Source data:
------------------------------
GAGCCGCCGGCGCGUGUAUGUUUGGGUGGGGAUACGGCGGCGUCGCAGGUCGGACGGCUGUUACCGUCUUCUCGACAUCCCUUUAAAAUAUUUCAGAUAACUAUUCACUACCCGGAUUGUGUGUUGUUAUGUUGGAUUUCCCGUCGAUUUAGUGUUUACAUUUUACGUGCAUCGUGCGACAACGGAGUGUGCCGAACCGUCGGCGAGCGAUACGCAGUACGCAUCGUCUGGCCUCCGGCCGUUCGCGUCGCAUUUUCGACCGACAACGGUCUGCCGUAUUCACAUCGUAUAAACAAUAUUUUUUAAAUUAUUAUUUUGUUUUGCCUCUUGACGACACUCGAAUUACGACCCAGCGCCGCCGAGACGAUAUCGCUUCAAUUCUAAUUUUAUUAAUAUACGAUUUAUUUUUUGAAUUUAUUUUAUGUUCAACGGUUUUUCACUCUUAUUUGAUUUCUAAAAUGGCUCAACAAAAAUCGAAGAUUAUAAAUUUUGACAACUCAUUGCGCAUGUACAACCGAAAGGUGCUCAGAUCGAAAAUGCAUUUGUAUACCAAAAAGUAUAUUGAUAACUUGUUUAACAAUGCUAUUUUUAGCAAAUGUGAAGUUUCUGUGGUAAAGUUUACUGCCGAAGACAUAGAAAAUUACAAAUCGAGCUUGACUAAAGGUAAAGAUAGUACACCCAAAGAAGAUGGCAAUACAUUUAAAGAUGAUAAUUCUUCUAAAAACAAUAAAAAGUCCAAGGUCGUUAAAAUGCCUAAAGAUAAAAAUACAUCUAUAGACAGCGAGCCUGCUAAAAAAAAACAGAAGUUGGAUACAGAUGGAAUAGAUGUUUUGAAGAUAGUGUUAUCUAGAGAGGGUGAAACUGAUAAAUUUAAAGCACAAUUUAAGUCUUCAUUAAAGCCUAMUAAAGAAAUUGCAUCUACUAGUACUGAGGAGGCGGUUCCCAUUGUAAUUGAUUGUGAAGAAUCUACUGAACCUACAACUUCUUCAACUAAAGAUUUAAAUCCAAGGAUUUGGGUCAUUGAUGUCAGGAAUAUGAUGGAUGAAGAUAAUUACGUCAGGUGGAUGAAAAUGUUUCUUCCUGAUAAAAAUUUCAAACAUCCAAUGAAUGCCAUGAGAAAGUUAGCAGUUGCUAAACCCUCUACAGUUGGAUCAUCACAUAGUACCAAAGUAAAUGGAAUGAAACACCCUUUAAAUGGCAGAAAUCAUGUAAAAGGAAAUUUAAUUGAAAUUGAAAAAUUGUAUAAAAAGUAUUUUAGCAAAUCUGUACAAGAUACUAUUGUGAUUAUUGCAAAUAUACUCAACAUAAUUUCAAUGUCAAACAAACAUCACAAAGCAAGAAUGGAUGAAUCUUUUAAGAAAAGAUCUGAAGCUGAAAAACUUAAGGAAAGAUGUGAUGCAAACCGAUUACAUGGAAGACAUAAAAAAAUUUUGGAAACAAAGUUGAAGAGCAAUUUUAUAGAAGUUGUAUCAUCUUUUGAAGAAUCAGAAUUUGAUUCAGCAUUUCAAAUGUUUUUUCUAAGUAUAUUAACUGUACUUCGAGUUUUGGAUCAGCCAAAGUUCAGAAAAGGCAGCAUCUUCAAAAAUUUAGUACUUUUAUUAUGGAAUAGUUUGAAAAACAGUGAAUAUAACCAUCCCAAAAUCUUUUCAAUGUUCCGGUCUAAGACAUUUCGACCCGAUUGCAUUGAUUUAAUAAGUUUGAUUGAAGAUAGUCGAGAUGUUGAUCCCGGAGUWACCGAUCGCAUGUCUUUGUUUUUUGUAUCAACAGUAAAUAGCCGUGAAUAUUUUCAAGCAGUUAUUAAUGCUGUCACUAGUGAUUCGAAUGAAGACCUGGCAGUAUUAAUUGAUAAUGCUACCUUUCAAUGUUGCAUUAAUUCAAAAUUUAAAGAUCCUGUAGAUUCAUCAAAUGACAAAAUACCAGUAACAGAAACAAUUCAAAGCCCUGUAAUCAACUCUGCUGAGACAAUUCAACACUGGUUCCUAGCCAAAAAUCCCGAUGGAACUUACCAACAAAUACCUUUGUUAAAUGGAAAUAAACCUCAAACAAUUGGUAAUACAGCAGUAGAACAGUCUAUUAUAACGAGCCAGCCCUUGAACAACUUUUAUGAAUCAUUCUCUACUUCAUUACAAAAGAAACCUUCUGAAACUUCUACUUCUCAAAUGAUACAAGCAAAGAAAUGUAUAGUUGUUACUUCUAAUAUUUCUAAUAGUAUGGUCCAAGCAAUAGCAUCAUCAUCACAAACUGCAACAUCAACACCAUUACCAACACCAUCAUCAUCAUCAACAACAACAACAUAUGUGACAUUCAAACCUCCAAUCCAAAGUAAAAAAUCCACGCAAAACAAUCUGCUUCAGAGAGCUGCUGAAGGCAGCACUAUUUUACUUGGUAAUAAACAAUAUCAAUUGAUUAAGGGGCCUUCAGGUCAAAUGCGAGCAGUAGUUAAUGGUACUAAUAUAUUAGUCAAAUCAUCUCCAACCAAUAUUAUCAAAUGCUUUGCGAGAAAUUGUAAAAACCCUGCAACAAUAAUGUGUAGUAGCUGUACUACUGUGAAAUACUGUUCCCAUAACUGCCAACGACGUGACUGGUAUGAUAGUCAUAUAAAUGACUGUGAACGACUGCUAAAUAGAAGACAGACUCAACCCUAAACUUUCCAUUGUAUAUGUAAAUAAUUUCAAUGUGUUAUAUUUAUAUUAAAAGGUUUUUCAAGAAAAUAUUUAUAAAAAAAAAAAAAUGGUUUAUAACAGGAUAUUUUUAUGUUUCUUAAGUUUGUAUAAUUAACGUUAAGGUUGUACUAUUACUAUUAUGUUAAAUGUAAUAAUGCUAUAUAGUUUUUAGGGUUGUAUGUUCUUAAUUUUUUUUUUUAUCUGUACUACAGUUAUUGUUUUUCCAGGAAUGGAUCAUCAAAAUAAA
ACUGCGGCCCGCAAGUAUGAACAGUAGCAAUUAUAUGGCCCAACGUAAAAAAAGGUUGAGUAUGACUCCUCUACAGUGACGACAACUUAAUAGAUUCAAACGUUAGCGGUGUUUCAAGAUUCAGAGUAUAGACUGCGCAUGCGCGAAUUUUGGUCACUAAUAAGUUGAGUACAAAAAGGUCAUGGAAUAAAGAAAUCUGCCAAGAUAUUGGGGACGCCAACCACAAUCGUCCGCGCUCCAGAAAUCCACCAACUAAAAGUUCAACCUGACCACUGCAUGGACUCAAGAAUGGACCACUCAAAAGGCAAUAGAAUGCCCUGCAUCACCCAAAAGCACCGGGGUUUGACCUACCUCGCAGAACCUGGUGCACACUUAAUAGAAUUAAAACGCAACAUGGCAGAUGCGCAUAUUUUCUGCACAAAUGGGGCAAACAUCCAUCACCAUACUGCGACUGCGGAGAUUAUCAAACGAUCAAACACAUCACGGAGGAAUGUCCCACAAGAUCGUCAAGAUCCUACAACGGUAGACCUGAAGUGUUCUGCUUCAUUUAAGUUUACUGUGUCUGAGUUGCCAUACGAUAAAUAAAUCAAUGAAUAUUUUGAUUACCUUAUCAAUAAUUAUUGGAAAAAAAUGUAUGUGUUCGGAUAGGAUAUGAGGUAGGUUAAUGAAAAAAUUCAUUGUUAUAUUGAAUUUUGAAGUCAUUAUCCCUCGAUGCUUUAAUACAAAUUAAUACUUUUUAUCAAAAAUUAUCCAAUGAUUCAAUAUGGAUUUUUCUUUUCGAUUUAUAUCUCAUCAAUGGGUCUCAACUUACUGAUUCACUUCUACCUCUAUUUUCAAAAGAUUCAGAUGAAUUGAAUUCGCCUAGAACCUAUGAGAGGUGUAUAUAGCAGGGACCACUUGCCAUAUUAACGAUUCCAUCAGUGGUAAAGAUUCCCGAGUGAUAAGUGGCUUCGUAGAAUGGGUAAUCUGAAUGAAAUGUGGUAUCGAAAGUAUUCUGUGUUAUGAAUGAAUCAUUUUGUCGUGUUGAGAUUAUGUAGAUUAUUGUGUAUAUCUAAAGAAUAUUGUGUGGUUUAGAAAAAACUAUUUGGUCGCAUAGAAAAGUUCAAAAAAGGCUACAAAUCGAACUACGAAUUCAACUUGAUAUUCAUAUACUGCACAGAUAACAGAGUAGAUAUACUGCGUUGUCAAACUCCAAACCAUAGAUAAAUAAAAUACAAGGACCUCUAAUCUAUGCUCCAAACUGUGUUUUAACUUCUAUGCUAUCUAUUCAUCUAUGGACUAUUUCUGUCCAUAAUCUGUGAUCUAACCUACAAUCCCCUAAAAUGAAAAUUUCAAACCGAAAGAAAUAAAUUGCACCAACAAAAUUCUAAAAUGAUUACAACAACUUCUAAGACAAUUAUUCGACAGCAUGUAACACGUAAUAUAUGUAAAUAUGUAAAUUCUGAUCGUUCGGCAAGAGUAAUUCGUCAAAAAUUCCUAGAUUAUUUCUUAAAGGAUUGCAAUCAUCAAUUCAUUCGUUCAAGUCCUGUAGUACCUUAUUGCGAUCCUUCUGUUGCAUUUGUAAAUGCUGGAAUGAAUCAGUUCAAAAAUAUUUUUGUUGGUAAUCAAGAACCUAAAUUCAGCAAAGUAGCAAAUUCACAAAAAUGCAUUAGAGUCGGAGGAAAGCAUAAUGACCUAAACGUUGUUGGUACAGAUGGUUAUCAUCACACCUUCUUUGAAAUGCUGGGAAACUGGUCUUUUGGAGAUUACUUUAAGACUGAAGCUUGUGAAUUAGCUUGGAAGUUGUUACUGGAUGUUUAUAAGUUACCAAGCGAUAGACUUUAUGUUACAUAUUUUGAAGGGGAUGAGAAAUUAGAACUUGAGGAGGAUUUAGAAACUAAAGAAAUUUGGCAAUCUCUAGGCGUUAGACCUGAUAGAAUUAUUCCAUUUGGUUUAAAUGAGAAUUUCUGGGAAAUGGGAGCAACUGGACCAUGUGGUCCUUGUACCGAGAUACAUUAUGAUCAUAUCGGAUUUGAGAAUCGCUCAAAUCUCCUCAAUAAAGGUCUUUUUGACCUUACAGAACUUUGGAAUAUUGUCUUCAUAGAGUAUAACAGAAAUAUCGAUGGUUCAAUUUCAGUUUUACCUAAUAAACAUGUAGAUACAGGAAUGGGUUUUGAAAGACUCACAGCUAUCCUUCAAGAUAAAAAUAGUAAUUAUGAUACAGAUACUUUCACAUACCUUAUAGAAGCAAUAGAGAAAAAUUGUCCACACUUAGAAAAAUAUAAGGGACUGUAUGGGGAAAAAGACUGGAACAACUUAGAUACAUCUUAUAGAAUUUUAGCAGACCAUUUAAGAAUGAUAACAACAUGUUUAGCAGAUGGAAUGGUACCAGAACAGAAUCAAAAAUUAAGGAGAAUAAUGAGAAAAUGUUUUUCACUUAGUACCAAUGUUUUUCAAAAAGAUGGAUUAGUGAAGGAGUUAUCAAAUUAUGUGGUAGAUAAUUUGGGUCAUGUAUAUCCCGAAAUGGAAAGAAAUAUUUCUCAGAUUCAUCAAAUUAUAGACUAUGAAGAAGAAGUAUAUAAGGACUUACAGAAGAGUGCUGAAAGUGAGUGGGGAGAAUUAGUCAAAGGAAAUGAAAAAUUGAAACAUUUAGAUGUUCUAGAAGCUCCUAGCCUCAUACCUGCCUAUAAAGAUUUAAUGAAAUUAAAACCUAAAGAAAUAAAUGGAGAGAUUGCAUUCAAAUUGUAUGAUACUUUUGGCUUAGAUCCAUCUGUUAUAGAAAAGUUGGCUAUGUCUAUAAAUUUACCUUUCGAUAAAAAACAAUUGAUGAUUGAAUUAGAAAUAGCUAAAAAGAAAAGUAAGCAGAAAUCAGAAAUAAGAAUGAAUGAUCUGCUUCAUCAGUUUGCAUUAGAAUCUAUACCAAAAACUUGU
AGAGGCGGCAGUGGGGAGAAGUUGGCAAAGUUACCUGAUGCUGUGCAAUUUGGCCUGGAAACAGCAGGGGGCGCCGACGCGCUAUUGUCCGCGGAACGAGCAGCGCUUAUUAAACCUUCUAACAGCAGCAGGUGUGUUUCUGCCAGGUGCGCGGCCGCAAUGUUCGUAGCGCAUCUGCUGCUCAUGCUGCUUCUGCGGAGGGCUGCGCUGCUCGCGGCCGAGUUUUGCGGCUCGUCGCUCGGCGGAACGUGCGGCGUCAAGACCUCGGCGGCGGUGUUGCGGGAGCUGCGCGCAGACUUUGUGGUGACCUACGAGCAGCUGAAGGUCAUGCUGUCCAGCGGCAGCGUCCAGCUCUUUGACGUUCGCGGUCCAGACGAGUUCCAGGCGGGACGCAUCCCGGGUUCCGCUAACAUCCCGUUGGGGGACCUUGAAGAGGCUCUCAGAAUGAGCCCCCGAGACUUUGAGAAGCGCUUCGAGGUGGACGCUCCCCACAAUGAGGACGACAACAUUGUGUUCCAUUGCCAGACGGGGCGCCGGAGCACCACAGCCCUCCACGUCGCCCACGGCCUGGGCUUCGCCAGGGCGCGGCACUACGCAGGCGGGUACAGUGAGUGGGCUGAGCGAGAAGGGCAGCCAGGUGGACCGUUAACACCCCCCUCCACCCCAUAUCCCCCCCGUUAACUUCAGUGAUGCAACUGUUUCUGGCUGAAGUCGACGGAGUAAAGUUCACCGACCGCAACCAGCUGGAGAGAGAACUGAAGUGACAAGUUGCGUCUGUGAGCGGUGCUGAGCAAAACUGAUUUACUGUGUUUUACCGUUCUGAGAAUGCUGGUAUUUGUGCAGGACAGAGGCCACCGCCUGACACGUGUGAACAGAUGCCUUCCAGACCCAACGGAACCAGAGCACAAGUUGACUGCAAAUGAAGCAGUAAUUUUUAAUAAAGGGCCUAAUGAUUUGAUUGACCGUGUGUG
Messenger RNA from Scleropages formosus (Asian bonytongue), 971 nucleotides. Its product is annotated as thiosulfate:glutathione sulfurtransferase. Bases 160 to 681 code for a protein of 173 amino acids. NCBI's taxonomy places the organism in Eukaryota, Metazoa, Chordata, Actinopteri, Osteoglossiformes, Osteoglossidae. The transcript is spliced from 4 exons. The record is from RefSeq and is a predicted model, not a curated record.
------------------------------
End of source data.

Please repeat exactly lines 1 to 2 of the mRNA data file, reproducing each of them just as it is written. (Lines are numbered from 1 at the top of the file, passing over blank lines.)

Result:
GAGCCGCCGGCGCGUGUAUGUUUGGGUGGGGAUACGGCGGCGUCGCAGGUCGGACGGCUGUUACCGUCUUCUCGACAUCCCUUUAAAAUAUUUCAGAUAACUAUUCACUACCCGGAUUGUGUGUUGUUAUGUUGGAUUUCCCGUCGAUUUAGUGUUUACAUUUUACGUGCAUCGUGCGACAACGGAGUGUGCCGAACCGUCGGCGAGCGAUACGCAGUACGCAUCGUCUGGCCUCCGGCCGUUCGCGUCGCAUUUUCGACCGACAACGGUCUGCCGUAUUCACAUCGUAUAAACAAUAUUUUUUAAAUUAUUAUUUUGUUUUGCCUCUUGACGACACUCGAAUUACGACCCAGCGCCGCCGAGACGAUAUCGCUUCAAUUCUAAUUUUAUUAAUAUACGAUUUAUUUUUUGAAUUUAUUUUAUGUUCAACGGUUUUUCACUCUUAUUUGAUUUCUAAAAUGGCUCAACAAAAAUCGAAGAUUAUAAAUUUUGACAACUCAUUGCGCAUGUACAACCGAAAGGUGCUCAGAUCGAAAAUGCAUUUGUAUACCAAAAAGUAUAUUGAUAACUUGUUUAACAAUGCUAUUUUUAGCAAAUGUGAAGUUUCUGUGGUAAAGUUUACUGCCGAAGACAUAGAAAAUUACAAAUCGAGCUUGACUAAAGGUAAAGAUAGUACACCCAAAGAAGAUGGCAAUACAUUUAAAGAUGAUAAUUCUUCUAAAAACAAUAAAAAGUCCAAGGUCGUUAAAAUGCCUAAAGAUAAAAAUACAUCUAUAGACAGCGAGCCUGCUAAAAAAAAACAGAAGUUGGAUACAGAUGGAAUAGAUGUUUUGAAGAUAGUGUUAUCUAGAGAGGGUGAAACUGAUAAAUUUAAAGCACAAUUUAAGUCUUCAUUAAAGCCUAMUAAAGAAAUUGCAUCUACUAGUACUGAGGAGGCGGUUCCCAUUGUAAUUGAUUGUGAAGAAUCUACUGAACCUACAACUUCUUCAACUAAAGAUUUAAAUCCAAGGAUUUGGGUCAUUGAUGUCAGGAAUAUGAUGGAUGAAGAUAAUUACGUCAGGUGGAUGAAAAUGUUUCUUCCUGAUAAAAAUUUCAAACAUCCAAUGAAUGCCAUGAGAAAGUUAGCAGUUGCUAAACCCUCUACAGUUGGAUCAUCACAUAGUACCAAAGUAAAUGGAAUGAAACACCCUUUAAAUGGCAGAAAUCAUGUAAAAGGAAAUUUAAUUGAAAUUGAAAAAUUGUAUAAAAAGUAUUUUAGCAAAUCUGUACAAGAUACUAUUGUGAUUAUUGCAAAUAUACUCAACAUAAUUUCAAUGUCAAACAAACAUCACAAAGCAAGAAUGGAUGAAUCUUUUAAGAAAAGAUCUGAAGCUGAAAAACUUAAGGAAAGAUGUGAUGCAAACCGAUUACAUGGAAGACAUAAAAAAAUUUUGGAAACAAAGUUGAAGAGCAAUUUUAUAGAAGUUGUAUCAUCUUUUGAAGAAUCAGAAUUUGAUUCAGCAUUUCAAAUGUUUUUUCUAAGUAUAUUAACUGUACUUCGAGUUUUGGAUCAGCCAAAGUUCAGAAAAGGCAGCAUCUUCAAAAAUUUAGUACUUUUAUUAUGGAAUAGUUUGAAAAACAGUGAAUAUAACCAUCCCAAAAUCUUUUCAAUGUUCCGGUCUAAGACAUUUCGACCCGAUUGCAUUGAUUUAAUAAGUUUGAUUGAAGAUAGUCGAGAUGUUGAUCCCGGAGUWACCGAUCGCAUGUCUUUGUUUUUUGUAUCAACAGUAAAUAGCCGUGAAUAUUUUCAAGCAGUUAUUAAUGCUGUCACUAGUGAUUCGAAUGAAGACCUGGCAGUAUUAAUUGAUAAUGCUACCUUUCAAUGUUGCAUUAAUUCAAAAUUUAAAGAUCCUGUAGAUUCAUCAAAUGACAAAAUACCAGUAACAGAAACAAUUCAAAGCCCUGUAAUCAACUCUGCUGAGACAAUUCAACACUGGUUCCUAGCCAAAAAUCCCGAUGGAACUUACCAACAAAUACCUUUGUUAAAUGGAAAUAAACCUCAAACAAUUGGUAAUACAGCAGUAGAACAGUCUAUUAUAACGAGCCAGCCCUUGAACAACUUUUAUGAAUCAUUCUCUACUUCAUUACAAAAGAAACCUUCUGAAACUUCUACUUCUCAAAUGAUACAAGCAAAGAAAUGUAUAGUUGUUACUUCUAAUAUUUCUAAUAGUAUGGUCCAAGCAAUAGCAUCAUCAUCACAAACUGCAACAUCAACACCAUUACCAACACCAUCAUCAUCAUCAACAACAACAACAUAUGUGACAUUCAAACCUCCAAUCCAAAGUAAAAAAUCCACGCAAAACAAUCUGCUUCAGAGAGCUGCUGAAGGCAGCACUAUUUUACUUGGUAAUAAACAAUAUCAAUUGAUUAAGGGGCCUUCAGGUCAAAUGCGAGCAGUAGUUAAUGGUACUAAUAUAUUAGUCAAAUCAUCUCCAACCAAUAUUAUCAAAUGCUUUGCGAGAAAUUGUAAAAACCCUGCAACAAUAAUGUGUAGUAGCUGUACUACUGUGAAAUACUGUUCCCAUAACUGCCAACGACGUGACUGGUAUGAUAGUCAUAUAAAUGACUGUGAACGACUGCUAAAUAGAAGACAGACUCAACCCUAAACUUUCCAUUGUAUAUGUAAAUAAUUUCAAUGUGUUAUAUUUAUAUUAAAAGGUUUUUCAAGAAAAUAUUUAUAAAAAAAAAAAAAUGGUUUAUAACAGGAUAUUUUUAUGUUUCUUAAGUUUGUAUAAUUAACGUUAAGGUUGUACUAUUACUAUUAUGUUAAAUGUAAUAAUGCUAUAUAGUUUUUAGGGUUGUAUGUUCUUAAUUUUUUUUUUUAUCUGUACUACAGUUAUUGUUUUUCCAGGAAUGGAUCAUCAAAAUAAA
ACUGCGGCCCGCAAGUAUGAACAGUAGCAAUUAUAUGGCCCAACGUAAAAAAAGGUUGAGUAUGACUCCUCUACAGUGACGACAACUUAAUAGAUUCAAACGUUAGCGGUGUUUCAAGAUUCAGAGUAUAGACUGCGCAUGCGCGAAUUUUGGUCACUAAUAAGUUGAGUACAAAAAGGUCAUGGAAUAAAGAAAUCUGCCAAGAUAUUGGGGACGCCAACCACAAUCGUCCGCGCUCCAGAAAUCCACCAACUAAAAGUUCAACCUGACCACUGCAUGGACUCAAGAAUGGACCACUCAAAAGGCAAUAGAAUGCCCUGCAUCACCCAAAAGCACCGGGGUUUGACCUACCUCGCAGAACCUGGUGCACACUUAAUAGAAUUAAAACGCAACAUGGCAGAUGCGCAUAUUUUCUGCACAAAUGGGGCAAACAUCCAUCACCAUACUGCGACUGCGGAGAUUAUCAAACGAUCAAACACAUCACGGAGGAAUGUCCCACAAGAUCGUCAAGAUCCUACAACGGUAGACCUGAAGUGUUCUGCUUCAUUUAAGUUUACUGUGUCUGAGUUGCCAUACGAUAAAUAAAUCAAUGAAUAUUUUGAUUACCUUAUCAAUAAUUAUUGGAAAAAAAUGUAUGUGUUCGGAUAGGAUAUGAGGUAGGUUAAUGAAAAAAUUCAUUGUUAUAUUGAAUUUUGAAGUCAUUAUCCCUCGAUGCUUUAAUACAAAUUAAUACUUUUUAUCAAAAAUUAUCCAAUGAUUCAAUAUGGAUUUUUCUUUUCGAUUUAUAUCUCAUCAAUGGGUCUCAACUUACUGAUUCACUUCUACCUCUAUUUUCAAAAGAUUCAGAUGAAUUGAAUUCGCCUAGAACCUAUGAGAGGUGUAUAUAGCAGGGACCACUUGCCAUAUUAACGAUUCCAUCAGUGGUAAAGAUUCCCGAGUGAUAAGUGGCUUCGUAGAAUGGGUAAUCUGAAUGAAAUGUGGUAUCGAAAGUAUUCUGUGUUAUGAAUGAAUCAUUUUGUCGUGUUGAGAUUAUGUAGAUUAUUGUGUAUAUCUAAAGAAUAUUGUGUGGUUUAGAAAAAACUAUUUGGUCGCAUAGAAAAGUUCAAAAAAGGCUACAAAUCGAACUACGAAUUCAACUUGAUAUUCAUAUACUGCACAGAUAACAGAGUAGAUAUACUGCGUUGUCAAACUCCAAACCAUAGAUAAAUAAAAUACAAGGACCUCUAAUCUAUGCUCCAAACUGUGUUUUAACUUCUAUGCUAUCUAUUCAUCUAUGGACUAUUUCUGUCCAUAAUCUGUGAUCUAACCUACAAUCCCCUAAAAUGAAAAUUUCAAACCGAAAGAAAUAAAUUGCACCAACAAAAUUCUAAAAUGAUUACAACAACUUCUAAGACAAUUAUUCGACAGCAUGUAACACGUAAUAUAUGUAAAUAUGUAAAUUCUGAUCGUUCGGCAAGAGUAAUUCGUCAAAAAUUCCUAGAUUAUUUCUUAAAGGAUUGCAAUCAUCAAUUCAUUCGUUCAAGUCCUGUAGUACCUUAUUGCGAUCCUUCUGUUGCAUUUGUAAAUGCUGGAAUGAAUCAGUUCAAAAAUAUUUUUGUUGGUAAUCAAGAACCUAAAUUCAGCAAAGUAGCAAAUUCACAAAAAUGCAUUAGAGUCGGAGGAAAGCAUAAUGACCUAAACGUUGUUGGUACAGAUGGUUAUCAUCACACCUUCUUUGAAAUGCUGGGAAACUGGUCUUUUGGAGAUUACUUUAAGACUGAAGCUUGUGAAUUAGCUUGGAAGUUGUUACUGGAUGUUUAUAAGUUACCAAGCGAUAGACUUUAUGUUACAUAUUUUGAAGGGGAUGAGAAAUUAGAACUUGAGGAGGAUUUAGAAACUAAAGAAAUUUGGCAAUCUCUAGGCGUUAGACCUGAUAGAAUUAUUCCAUUUGGUUUAAAUGAGAAUUUCUGGGAAAUGGGAGCAACUGGACCAUGUGGUCCUUGUACCGAGAUACAUUAUGAUCAUAUCGGAUUUGAGAAUCGCUCAAAUCUCCUCAAUAAAGGUCUUUUUGACCUUACAGAACUUUGGAAUAUUGUCUUCAUAGAGUAUAACAGAAAUAUCGAUGGUUCAAUUUCAGUUUUACCUAAUAAACAUGUAGAUACAGGAAUGGGUUUUGAAAGACUCACAGCUAUCCUUCAAGAUAAAAAUAGUAAUUAUGAUACAGAUACUUUCACAUACCUUAUAGAAGCAAUAGAGAAAAAUUGUCCACACUUAGAAAAAUAUAAGGGACUGUAUGGGGAAAAAGACUGGAACAACUUAGAUACAUCUUAUAGAAUUUUAGCAGACCAUUUAAGAAUGAUAACAACAUGUUUAGCAGAUGGAAUGGUACCAGAACAGAAUCAAAAAUUAAGGAGAAUAAUGAGAAAAUGUUUUUCACUUAGUACCAAUGUUUUUCAAAAAGAUGGAUUAGUGAAGGAGUUAUCAAAUUAUGUGGUAGAUAAUUUGGGUCAUGUAUAUCCCGAAAUGGAAAGAAAUAUUUCUCAGAUUCAUCAAAUUAUAGACUAUGAAGAAGAAGUAUAUAAGGACUUACAGAAGAGUGCUGAAAGUGAGUGGGGAGAAUUAGUCAAAGGAAAUGAAAAAUUGAAACAUUUAGAUGUUCUAGAAGCUCCUAGCCUCAUACCUGCCUAUAAAGAUUUAAUGAAAUUAAAACCUAAAGAAAUAAAUGGAGAGAUUGCAUUCAAAUUGUAUGAUACUUUUGGCUUAGAUCCAUCUGUUAUAGAAAAGUUGGCUAUGUCUAUAAAUUUACCUUUCGAUAAAAAACAAUUGAUGAUUGAAUUAGAAAUAGCUAAAAAGAAAAGUAAGCAGAAAUCAGAAAUAAGAAUGAAUGAUCUGCUUCAUCAGUUUGCAUUAGAAUCUAUACCAAAAACUUGU